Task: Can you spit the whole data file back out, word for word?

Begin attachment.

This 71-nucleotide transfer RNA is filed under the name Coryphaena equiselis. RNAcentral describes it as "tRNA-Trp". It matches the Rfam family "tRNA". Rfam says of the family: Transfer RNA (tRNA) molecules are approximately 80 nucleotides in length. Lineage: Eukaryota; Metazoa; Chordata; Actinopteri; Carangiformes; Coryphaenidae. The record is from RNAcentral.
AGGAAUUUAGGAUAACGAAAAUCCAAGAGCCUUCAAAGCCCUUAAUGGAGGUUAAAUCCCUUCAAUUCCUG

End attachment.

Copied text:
This 71-nucleotide transfer RNA is filed under the name Coryphaena equiselis. RNAcentral describes it as "tRNA-Trp". It matches the Rfam family "tRNA". Rfam says of the family: Transfer RNA (tRNA) molecules are approximately 80 nucleotides in length. Lineage: Eukaryota; Metazoa; Chordata; Actinopteri; Carangiformes; Coryphaenidae. The record is from RNAcentral.
AGGAAUUUAGGAUAACGAAAAUCCAAGAGCCUUCAAAGCCCUUAAUGGAGGUUAAAUCCCUUCAAUUCCUG